Survey of North Huron Food Share clients on ODSP reveals more support needed

NORTH HURON – Ontario Disability Support Program (ODSP) recipients make up nearly half of the clients currently relying on the North Huron Food Share (NHFS) program.

NHFS chair Marylin King notified local media to share the voices of some of these clients who recently participated in a survey while picking up food at the Wingham location on Josephine Street.

“On four Wednesdays, from Sept. 14 to Oct. 5, 142 families attended the Food Share during the regular 9 a.m. to 1 p.m. timeframe,” King said. “Seventy-six of those families rely on ODSP for their income.”

King said that the survey was about the Ontario government’s recent announcement that would see ODSP recipients receive a five per cent increase in their monthly assistance, which according to many who rely on government help, is not enough to combat rising costs.

NHFS is a member of Feed Ontario. Feed Ontario is lobbying the Ontario government to double the ODSP pension rather than apply the planned five per cent increase to their pension.

“A single individual receives a housing allowance of $495 and a basic needs allowance of $672, for a total of $1,167 to cover their expenses for a month. When housing is not available at that value it is a concern to consider how these folks are managing,” said King.

The NHFS survey asked: How would doubling ODSP rates change your daily life?

Many of the respondents were quick to mention the ability to purchase food, pay their utility bills in a timely fashion, and be able to afford medication that is not always covered.

One response said, “At this point it would be a game changer. I can no longer afford to feed my family of three as a single parent. If these services didn’t exist, we would starve.”

Another NHFS client brought up an important point, how people treat each other. A change like that would help them to protect their child from bullies just by being able to buy nicer clothes, something many people take for granted.

“Kids are mean to those children who don’t have money for clothes,” said one respondent.

A senior said, “A lot better. I wouldn’t have to worry about groceries. I could help my grandchildren. I’d be in heaven!”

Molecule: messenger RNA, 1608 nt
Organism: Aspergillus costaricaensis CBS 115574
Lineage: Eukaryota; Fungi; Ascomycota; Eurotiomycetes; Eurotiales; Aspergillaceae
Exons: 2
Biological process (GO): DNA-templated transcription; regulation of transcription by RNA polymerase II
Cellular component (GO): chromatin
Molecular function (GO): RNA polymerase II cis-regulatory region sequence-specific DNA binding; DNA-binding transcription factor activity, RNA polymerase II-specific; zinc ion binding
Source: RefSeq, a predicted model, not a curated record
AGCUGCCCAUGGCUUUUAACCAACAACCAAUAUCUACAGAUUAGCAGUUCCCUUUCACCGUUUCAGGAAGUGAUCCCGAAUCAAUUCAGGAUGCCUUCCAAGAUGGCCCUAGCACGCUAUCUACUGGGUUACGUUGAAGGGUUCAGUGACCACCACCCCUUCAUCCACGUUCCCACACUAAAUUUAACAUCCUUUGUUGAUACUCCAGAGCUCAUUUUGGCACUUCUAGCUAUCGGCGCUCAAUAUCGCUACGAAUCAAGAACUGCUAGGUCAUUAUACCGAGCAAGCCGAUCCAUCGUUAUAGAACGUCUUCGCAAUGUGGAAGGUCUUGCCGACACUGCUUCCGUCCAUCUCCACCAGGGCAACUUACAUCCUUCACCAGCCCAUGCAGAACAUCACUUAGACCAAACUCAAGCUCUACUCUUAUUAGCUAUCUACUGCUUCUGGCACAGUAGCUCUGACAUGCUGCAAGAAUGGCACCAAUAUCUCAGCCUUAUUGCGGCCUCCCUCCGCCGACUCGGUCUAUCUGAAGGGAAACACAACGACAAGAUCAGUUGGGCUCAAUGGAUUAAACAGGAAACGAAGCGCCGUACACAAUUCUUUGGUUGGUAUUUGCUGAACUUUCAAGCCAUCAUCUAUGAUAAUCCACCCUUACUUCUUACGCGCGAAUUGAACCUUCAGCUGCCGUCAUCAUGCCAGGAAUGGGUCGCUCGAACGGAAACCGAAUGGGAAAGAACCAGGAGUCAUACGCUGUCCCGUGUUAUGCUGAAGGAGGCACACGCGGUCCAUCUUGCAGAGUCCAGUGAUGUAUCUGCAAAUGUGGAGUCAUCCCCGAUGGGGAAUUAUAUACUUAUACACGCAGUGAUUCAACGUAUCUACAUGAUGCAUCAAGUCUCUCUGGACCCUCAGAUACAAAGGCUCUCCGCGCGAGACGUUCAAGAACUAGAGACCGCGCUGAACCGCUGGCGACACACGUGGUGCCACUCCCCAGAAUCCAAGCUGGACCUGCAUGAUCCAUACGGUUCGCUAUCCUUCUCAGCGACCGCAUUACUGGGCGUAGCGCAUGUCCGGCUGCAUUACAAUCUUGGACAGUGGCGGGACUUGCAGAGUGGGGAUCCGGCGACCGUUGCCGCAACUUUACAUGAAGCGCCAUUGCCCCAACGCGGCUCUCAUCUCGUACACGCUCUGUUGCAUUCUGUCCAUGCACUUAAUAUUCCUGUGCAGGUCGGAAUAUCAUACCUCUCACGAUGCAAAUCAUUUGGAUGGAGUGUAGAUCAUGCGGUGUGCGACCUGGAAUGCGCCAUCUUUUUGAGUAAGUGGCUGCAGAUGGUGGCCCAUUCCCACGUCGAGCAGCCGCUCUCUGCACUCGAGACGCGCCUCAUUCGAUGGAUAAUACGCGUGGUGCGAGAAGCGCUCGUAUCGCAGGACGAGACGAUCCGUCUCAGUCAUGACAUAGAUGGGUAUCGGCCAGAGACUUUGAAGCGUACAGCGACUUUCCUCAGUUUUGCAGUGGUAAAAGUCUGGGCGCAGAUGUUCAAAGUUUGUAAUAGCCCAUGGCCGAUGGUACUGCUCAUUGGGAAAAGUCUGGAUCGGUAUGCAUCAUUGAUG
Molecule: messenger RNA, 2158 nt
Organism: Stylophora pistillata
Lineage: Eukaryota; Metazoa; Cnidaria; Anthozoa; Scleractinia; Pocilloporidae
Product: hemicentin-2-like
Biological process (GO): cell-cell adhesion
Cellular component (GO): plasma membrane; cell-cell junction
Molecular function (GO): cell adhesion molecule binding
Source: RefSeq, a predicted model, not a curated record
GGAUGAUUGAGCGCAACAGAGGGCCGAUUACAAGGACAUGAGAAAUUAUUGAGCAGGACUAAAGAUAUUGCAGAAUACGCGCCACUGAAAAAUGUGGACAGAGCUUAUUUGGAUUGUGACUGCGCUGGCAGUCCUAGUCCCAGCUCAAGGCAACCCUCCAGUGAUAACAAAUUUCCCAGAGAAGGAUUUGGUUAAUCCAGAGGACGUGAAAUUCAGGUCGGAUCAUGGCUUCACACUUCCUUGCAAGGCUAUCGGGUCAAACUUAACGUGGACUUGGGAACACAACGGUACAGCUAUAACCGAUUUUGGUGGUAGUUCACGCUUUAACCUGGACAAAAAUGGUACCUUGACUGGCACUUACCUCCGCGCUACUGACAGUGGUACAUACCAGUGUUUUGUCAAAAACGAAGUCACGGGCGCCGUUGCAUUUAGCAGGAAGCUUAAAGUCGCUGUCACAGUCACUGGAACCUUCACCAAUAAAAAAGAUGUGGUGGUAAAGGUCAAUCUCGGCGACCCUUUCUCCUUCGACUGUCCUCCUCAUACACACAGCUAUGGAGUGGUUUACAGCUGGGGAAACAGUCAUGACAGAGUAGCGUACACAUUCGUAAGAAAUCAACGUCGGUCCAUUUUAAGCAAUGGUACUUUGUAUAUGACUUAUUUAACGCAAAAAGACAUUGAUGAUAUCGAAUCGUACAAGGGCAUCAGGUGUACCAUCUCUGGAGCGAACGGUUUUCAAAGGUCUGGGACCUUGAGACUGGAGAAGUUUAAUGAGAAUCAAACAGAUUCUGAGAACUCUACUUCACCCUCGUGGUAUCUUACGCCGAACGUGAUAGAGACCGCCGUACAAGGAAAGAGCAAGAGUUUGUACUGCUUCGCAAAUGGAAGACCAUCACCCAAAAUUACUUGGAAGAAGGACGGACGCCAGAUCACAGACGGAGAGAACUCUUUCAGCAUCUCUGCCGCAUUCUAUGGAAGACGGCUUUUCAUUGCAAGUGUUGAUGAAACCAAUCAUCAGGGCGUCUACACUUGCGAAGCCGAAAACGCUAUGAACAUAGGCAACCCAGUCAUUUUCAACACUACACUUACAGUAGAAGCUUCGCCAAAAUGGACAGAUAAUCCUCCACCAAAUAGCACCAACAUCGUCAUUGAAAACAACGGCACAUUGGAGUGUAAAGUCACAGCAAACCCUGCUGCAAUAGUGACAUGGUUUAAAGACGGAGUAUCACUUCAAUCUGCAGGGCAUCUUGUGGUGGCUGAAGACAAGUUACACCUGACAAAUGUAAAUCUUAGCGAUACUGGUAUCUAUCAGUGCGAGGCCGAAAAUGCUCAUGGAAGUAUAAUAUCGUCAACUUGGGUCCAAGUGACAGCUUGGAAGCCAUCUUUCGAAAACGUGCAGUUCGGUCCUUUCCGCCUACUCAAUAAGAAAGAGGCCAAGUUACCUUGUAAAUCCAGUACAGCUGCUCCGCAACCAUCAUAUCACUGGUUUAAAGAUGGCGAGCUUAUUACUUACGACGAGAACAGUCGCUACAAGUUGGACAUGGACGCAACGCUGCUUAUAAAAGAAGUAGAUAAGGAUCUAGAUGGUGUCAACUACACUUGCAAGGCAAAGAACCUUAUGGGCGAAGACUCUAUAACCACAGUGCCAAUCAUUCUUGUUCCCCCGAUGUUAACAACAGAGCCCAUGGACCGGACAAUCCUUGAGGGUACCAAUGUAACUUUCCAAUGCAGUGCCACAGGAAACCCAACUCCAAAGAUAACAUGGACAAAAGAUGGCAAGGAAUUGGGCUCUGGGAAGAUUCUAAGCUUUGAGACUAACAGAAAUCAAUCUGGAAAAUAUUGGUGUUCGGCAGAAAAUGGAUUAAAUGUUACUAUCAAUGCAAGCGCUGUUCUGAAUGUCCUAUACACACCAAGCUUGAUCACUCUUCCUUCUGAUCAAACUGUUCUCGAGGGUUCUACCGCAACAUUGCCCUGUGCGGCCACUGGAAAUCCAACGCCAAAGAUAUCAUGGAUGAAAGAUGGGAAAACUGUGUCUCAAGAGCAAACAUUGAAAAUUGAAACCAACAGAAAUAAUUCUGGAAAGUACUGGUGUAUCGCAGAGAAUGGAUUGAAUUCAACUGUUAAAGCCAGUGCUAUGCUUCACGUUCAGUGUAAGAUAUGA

Other clients talked about how they were homeless or nearly homeless, or had to choose between food or bills.

The current state of food insecurity amid the rapidly increasing cost of rent, fuel, and utilities has many people finding themselves in difficult situations. Still, for people who are already living in near poverty, there are few options.

Wingham Community Garden and Orchard coordinator Phil Beard wants to focus on solutions to the food security crisis.

“I think we need to focus on how we can do better, and what better looks like so that we are no longer just treating symptoms of problems,” said Beard. “Food banks were to be an interim solution for people who can’t afford to buy food.”

The community garden is a volunteer-run local food source that “builds community and helps people in need get fresh fruits and vegetables,” Beard added. “The community garden and orchard provides people in the community with the opportunity to learn how to grow fruits and vegetables so that they can establish their own garden and orchard, thus providing them with their own fresh fruits and vegetables.”

Beard believes that people can be inspired to act and help others in need in the community if more attention is given to the struggles that friends and neighbours are having.

Kindness and empathy towards people can go a long way; a sense of belonging, not being judged for being in a difficult situation, and learning how to be inclusive to all members of the community, including those who are unable to work, is an excellent way to teach future generations and create a better world for all.

Cory Bilyea, Local Journalism Initiative Reporter, Wingham Advance Times